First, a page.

CNY is just around the corner! As Malaysians, everyone is excited to welcome another joyful festivity! Chinese, Indian, Malay and everyone from Borneo are eager to see the beauty of this ‘hopping’ celebration. It sure will be a bunny-tastic time!
Although we are familiar with the term Chinese New Year, many of us still don’t know the history of this festivity. Chinese around the world has been celebrating this for years, yet, do they know the true story of this ong-filled festival?
A famous Chinese preacher, Firdaus Wong, shared some interesting stories about CNY that you may not know about. What are they?
There are two versions of CNY in the historical timeline
According to Firdaus, no one knows the exact beginning of this celebration. There’s no specific date ever written in books. However, there are assumptions that CNY started 2,000 to 3,000 years BC. It was beyond the founder of Taoism, Siddharta Gautama Buddha and Lao Zi. Also, it was before the birth of Confucianism that Kong Zi pioneered the new teaching.
The first version: the legendary Nian
There’s a myth that went down the history from many years back. A monster named Nian resided in this one village in China. The monster loved bothering the villagers. With its horrifying features, many people were scared of Nian.
Nian would disturb the villagers during the change of season. Usually, it was from the harvesting to the flowering season. The monster killed many lives for its benefit.
Having enough of the monster’s disturbance, the villagers decided to do something about it. They agreed to light up a lot of firecrackers to scare Nian away. Additionally, the villagers painted their houses red to be seen as ‘fierce’.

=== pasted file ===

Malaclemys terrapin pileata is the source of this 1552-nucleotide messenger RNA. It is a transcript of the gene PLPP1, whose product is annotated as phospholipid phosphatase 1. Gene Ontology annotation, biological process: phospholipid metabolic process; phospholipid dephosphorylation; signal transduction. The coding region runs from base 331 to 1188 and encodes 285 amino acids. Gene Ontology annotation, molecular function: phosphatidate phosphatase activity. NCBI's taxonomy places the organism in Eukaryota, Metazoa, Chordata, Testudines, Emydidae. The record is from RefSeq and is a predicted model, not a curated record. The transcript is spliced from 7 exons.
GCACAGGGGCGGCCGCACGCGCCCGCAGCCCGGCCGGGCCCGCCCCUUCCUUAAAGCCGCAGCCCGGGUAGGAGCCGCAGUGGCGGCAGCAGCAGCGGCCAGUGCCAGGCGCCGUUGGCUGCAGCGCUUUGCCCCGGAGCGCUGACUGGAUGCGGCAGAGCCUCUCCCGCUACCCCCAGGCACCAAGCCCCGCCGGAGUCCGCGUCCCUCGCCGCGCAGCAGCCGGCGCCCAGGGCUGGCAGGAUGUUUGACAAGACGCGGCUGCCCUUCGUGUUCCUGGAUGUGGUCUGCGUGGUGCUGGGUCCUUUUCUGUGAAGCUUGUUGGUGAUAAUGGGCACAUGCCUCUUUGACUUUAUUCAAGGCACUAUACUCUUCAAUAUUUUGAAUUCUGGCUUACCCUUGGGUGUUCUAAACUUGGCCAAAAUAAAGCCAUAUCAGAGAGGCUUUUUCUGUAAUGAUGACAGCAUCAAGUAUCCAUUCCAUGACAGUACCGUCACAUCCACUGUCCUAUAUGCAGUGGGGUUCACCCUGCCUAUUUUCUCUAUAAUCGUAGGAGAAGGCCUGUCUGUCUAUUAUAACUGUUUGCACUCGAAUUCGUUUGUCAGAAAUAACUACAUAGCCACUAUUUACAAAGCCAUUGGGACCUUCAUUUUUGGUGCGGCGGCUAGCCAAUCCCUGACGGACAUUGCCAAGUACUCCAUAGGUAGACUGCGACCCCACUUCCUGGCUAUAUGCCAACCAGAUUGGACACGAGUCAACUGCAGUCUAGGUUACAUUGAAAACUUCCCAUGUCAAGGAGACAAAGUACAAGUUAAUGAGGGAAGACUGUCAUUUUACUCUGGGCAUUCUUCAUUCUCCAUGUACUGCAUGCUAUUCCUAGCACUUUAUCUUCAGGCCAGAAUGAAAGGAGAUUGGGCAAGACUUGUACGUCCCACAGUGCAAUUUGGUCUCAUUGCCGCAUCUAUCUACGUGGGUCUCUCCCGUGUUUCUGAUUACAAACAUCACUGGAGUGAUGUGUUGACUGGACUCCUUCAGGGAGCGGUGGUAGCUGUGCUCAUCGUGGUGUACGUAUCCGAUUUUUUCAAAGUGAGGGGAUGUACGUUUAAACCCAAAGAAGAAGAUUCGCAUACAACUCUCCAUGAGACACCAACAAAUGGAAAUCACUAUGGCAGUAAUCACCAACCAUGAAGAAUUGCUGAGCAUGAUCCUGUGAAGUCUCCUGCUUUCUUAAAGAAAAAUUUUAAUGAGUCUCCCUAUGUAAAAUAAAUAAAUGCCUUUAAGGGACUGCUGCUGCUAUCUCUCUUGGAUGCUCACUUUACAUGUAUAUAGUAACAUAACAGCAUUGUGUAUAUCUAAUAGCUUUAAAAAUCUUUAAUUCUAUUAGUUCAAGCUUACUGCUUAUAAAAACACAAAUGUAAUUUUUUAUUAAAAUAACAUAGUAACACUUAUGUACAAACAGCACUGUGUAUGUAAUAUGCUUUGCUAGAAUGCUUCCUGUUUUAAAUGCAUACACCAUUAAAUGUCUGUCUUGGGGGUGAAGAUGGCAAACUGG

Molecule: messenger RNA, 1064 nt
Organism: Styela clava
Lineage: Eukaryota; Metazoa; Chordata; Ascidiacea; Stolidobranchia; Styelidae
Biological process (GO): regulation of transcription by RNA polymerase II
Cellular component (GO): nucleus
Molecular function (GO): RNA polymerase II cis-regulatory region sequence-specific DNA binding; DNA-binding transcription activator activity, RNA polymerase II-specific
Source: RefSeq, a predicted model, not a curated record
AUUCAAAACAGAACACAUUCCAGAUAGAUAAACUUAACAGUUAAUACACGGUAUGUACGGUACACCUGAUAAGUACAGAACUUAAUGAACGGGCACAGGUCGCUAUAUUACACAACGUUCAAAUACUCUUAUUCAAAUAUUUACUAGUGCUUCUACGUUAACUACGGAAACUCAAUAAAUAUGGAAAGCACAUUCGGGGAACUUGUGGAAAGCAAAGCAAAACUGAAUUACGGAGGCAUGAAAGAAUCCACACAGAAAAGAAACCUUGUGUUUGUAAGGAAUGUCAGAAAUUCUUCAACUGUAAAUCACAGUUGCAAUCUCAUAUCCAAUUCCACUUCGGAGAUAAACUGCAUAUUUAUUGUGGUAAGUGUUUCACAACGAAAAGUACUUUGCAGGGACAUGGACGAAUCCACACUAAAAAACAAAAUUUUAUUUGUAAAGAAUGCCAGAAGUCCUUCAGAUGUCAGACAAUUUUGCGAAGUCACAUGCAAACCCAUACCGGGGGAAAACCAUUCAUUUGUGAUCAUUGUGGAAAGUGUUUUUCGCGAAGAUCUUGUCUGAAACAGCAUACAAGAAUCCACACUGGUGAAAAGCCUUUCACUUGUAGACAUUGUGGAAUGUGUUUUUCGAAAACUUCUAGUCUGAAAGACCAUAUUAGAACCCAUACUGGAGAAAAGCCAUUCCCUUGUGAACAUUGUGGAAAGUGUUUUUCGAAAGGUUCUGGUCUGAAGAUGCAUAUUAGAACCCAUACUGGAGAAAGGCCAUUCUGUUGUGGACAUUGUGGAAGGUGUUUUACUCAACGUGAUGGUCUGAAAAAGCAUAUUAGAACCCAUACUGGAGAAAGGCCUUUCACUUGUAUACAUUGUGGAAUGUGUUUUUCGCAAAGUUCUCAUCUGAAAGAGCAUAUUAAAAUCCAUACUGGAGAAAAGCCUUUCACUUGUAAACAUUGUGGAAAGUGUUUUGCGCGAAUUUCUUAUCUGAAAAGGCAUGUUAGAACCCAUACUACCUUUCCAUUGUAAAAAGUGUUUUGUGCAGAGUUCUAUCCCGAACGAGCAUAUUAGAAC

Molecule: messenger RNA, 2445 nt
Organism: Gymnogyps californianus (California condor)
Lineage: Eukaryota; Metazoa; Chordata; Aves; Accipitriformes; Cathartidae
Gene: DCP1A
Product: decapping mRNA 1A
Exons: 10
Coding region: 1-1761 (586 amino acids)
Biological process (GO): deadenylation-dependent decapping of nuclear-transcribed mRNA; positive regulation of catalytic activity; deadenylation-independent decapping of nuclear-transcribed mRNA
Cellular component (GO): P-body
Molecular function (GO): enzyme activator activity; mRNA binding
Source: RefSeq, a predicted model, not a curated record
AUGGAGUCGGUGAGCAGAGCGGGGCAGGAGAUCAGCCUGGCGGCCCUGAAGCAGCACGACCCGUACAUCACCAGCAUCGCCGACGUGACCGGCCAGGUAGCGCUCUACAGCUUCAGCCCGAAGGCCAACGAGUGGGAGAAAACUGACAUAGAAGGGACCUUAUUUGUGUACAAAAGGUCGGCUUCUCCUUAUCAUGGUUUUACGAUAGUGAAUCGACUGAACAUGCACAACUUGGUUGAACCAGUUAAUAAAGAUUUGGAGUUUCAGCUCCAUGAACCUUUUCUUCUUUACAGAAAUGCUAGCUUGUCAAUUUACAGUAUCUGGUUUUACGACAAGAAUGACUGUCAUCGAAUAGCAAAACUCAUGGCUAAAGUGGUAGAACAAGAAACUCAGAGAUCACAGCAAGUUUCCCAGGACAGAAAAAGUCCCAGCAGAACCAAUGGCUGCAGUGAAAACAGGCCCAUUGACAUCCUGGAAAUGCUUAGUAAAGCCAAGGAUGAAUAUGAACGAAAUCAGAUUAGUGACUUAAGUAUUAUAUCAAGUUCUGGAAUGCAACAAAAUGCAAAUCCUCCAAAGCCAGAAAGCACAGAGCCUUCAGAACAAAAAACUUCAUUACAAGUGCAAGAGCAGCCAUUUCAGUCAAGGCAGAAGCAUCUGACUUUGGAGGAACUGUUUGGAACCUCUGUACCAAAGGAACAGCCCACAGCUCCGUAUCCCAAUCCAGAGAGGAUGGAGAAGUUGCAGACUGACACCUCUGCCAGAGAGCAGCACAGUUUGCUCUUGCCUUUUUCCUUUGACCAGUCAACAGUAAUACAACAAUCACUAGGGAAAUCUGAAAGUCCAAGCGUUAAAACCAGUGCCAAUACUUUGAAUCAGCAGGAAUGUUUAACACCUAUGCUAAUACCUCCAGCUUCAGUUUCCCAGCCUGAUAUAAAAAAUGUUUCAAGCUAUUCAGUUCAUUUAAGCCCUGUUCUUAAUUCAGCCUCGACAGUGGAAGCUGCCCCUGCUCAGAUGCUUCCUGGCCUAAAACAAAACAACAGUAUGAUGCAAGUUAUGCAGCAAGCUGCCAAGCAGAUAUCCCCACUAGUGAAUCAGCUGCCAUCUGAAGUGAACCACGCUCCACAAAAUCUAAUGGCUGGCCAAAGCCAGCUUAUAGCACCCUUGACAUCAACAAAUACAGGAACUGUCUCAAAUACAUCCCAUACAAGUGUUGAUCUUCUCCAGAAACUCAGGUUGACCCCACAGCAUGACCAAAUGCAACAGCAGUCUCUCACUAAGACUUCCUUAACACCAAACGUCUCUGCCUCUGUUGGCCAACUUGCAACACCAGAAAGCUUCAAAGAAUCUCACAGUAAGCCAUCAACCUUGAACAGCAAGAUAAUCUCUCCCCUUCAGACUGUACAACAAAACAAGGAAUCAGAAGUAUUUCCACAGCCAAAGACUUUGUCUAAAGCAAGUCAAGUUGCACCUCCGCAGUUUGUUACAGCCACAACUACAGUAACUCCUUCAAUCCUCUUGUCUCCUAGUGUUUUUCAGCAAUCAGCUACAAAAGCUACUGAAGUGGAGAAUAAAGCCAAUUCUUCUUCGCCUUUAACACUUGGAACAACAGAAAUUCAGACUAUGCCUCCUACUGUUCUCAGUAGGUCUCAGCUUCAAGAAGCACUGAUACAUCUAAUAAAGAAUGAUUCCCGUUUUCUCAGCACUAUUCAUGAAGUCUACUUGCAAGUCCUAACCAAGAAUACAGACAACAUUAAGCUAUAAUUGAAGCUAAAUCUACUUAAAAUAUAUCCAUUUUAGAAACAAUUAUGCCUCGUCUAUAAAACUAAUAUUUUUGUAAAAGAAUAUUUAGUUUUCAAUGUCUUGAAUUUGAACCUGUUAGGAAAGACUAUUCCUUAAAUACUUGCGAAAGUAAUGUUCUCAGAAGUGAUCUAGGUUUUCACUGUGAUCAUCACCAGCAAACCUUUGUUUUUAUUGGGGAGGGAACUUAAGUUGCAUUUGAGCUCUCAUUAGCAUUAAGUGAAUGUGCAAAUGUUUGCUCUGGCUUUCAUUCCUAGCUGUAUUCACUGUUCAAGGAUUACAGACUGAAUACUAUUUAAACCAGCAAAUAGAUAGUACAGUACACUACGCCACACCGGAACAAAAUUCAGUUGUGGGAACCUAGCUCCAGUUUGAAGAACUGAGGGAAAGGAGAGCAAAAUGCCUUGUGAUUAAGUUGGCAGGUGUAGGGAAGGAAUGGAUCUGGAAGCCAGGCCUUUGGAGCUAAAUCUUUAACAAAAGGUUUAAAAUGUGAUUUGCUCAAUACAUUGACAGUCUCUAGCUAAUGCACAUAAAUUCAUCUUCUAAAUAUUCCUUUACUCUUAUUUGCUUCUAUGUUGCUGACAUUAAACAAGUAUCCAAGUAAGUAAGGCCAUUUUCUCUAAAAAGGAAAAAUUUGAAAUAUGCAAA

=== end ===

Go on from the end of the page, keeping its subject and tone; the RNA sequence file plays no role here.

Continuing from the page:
Miraculously, after doing those steps, the monster no longer bothered the villagers! They did this ‘ritual’ a few times, and it was proven true. Nian stopped disturbing the villagers once and for all.
That was the turning point for the Chinese. It had become a part of their tradition. Therefore, the Quo Nian celebration was born.
For your information, Quo Nian has two meanings. 1) Since the monster’s name is Nian, Quo Nian is like saying the monster has gone and won’t return. 2) Quo Nian is ‘new year’. Thus, the Chinese are celebrating the new year.
Until today, they will burn firecrackers and wear red during CNY!
The second version: researched by the team and Ex-Mufti of Wilayah Persekutuan Kuala Lumpur
The team and Datuk Seri Dr Zulkifli Al-Bakri conducted extensive research on the history of CNY. It was included in an article on the Mufti of Federal Territory’s Office website dated 11 February 2016.
According to them, China wasn’t a developed country like they are today. They experienced poverty and didn’t get to meet their families often. Why? They were too busy making money to survive.
Usually, families back then could gather during 1) a family member’s death, 2) a wedding ceremony, and 3) festivals. Since death and weddings didn’t always happen, the families could meet only during CNY celebrations.
CNY happens after harvesting month. So they could sell their harvest and have some pocket money. Hence, they could meet their families with some savings in hand.
The festival shows the richness of a culture
Many think CNY is a religious celebration. But it’s not. Firdaus explained it’s more to embracing the beauty of the heritage passed down by many generations.
If you’re ever wary of wishing your Chinese friends during the new year, don’t worry! You aren’t going against your religion by doing so.
Now we know some of the histories of this celebration. Today we learned!
Festivities should be celebrated together. We hope CNY 2023 will bring joy and luck to everyone. Xin nian kuai le!